Shortly after I came into the Fellowship of Alcoholics Anonymous in November 1984, I remarked to my sponsor that I had no memory of ever before experiencing the feeling that a knife was being slowly twisted in my gut. But I’ve since learned a lot about what causes most of the emotional pain I experience.
I never experienced that painful feeling inside of me prior to AA because I never honestly faced any painful situation in my life. My pattern had been to smooth over any bad situation with such thoughts as “Things aren’t really that bad,” or “He didn’t mean that the way it sounded,” or “She’s only kidding.”
My last drunk actually began in my mind as a “suicide mission.” I made a decision to drink so that I might gain the alcohol-induced courage I needed to kill myself. I had made several serious suicide attempts in past years, but there was a difference between those previous attempts and the one I mused over in late October 1984; for even as I planned my death, everything in me was screaming that I really did not want to die. I wanted to live. I had never known that before. That was the difference.
I believe that the overwhelming sadness I felt at that time was caused in part by my deep desire to live. The desire to live had been implanted in me only a few short months before, when I’d been introduced to the program of Alcoholics Anonymous. Shortly after that introduction to AA, my enthusiasm began to fade rapidly as the pain of reality started closing in on me from every direction.
One July evening in 1984, I sat before my typewriter and pecked out the following: “I can’t seem to find the serenity to accept the things I cannot change, and I guess I don’t have the courage to change the things I can. However, I do have the wisdom to know that!”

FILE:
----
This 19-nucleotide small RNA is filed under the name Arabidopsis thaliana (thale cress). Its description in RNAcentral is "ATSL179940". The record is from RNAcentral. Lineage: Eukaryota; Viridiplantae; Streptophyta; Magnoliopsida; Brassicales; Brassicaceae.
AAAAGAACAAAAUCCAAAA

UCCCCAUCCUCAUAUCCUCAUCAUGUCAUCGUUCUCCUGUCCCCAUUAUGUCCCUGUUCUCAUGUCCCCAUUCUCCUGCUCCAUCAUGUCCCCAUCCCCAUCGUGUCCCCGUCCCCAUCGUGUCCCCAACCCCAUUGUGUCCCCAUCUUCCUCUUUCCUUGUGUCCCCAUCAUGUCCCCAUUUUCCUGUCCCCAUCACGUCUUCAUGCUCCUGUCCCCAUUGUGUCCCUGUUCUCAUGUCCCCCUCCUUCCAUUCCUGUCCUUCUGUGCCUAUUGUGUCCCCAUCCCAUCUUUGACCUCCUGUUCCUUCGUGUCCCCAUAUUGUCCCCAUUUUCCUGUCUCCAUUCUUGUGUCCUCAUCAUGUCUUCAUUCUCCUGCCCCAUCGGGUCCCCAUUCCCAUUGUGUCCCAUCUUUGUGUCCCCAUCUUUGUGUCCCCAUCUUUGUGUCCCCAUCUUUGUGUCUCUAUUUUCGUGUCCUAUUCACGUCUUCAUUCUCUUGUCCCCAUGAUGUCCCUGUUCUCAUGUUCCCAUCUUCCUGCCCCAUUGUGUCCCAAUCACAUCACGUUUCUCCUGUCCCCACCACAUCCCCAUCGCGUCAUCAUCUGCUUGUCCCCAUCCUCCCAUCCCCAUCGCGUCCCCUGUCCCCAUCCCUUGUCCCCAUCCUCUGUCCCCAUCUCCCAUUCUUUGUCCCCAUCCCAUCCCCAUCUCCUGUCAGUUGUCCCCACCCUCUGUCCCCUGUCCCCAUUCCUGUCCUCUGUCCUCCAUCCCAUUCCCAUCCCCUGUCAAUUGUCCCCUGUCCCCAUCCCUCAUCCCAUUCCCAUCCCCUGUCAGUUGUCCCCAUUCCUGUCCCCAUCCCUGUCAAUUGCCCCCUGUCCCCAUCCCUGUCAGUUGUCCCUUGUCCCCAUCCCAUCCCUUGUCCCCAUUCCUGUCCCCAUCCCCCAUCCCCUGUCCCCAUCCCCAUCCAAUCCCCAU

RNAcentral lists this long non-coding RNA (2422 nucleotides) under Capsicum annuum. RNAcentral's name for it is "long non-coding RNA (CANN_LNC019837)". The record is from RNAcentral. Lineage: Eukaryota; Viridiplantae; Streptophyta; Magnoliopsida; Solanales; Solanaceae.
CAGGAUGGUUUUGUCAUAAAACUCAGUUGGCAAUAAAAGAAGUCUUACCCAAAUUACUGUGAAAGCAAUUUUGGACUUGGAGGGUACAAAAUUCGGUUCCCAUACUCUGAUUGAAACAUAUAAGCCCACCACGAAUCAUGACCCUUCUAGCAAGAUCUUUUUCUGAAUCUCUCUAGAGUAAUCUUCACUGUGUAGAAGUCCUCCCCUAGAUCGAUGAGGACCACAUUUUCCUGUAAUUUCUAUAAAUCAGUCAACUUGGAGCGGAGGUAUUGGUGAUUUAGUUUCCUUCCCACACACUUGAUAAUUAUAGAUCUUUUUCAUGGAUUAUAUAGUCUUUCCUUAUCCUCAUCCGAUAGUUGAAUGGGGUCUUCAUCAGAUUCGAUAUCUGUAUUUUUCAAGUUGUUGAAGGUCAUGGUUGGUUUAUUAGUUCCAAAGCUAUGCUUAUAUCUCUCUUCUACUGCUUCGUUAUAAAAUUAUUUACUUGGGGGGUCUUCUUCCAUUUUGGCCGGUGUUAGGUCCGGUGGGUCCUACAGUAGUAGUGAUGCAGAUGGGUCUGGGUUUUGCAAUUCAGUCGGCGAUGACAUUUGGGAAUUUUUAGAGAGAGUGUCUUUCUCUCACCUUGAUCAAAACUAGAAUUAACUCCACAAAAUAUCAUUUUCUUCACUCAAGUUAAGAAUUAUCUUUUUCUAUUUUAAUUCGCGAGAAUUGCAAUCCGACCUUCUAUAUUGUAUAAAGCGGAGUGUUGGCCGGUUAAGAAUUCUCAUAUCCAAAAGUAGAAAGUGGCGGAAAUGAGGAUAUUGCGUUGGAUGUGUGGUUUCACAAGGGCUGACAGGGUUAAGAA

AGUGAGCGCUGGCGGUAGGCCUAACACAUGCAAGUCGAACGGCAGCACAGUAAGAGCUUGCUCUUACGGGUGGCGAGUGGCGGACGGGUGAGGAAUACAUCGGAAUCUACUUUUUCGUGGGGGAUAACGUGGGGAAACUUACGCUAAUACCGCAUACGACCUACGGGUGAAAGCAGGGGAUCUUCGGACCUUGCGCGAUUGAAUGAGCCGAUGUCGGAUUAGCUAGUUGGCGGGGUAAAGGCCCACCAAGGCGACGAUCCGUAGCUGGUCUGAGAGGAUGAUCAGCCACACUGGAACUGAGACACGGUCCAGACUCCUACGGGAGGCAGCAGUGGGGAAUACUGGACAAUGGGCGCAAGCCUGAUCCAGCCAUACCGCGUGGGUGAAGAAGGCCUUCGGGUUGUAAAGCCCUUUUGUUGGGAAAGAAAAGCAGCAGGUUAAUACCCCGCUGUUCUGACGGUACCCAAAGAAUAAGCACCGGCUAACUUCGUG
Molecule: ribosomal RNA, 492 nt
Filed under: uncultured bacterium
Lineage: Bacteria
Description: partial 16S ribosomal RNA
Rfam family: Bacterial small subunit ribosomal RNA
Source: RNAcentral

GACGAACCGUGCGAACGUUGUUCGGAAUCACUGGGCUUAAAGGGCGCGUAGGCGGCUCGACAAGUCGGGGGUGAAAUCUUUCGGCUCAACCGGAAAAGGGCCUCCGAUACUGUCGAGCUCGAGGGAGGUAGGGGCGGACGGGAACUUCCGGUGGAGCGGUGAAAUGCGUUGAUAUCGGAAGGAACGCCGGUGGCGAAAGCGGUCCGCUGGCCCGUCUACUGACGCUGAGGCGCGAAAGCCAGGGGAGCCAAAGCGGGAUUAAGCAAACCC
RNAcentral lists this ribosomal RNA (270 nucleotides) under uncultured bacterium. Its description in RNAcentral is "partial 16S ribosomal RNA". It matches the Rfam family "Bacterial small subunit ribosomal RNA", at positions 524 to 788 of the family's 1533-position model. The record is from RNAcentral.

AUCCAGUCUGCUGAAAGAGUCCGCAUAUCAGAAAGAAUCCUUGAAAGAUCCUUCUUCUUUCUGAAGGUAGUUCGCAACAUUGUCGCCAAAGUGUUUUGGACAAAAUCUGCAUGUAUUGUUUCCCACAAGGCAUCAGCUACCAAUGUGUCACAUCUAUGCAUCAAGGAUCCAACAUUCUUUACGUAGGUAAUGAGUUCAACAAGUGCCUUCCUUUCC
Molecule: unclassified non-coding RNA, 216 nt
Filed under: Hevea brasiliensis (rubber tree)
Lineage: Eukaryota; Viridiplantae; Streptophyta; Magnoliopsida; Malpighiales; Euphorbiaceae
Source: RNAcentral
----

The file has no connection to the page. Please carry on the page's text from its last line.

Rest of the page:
I took a big swig of beer, read what I’d typed and thought, “That sounds pretty good!” I smiled, took another sip of beer, then brushed the tears from my eyes.
I didn’t realize it then, but I’d made a lot of headway toward learning how to live a life of sobriety when I typed those words; because I had never known those things before. I had never accepted anything that I didn’t like, and my way of changing things was to “back off” before I got hurt, or to flat-out deny that the possibility of my getting hurt even existed. My Higher Power, working in one of his mysterious ways, had given me the wisdom to recognize those two important facts about myself.
Since I could not accept things, and since I could not change things, I then proceeded with my alternate plan. However, my “suicide mission” was aborted by the divine intervention of my Higher Power, who sent my therapist, counselors, policemen, judges, and other such “angels of necessity” into my life to assist me during that dark period.
I was transported to a hospital and admitted to the psychiatric intensive care unit. Drunk as I was when I entered that ward, I knew before the heavy doors ever closed behind me that I would not be able to bear the pain that awaited me in that confined area.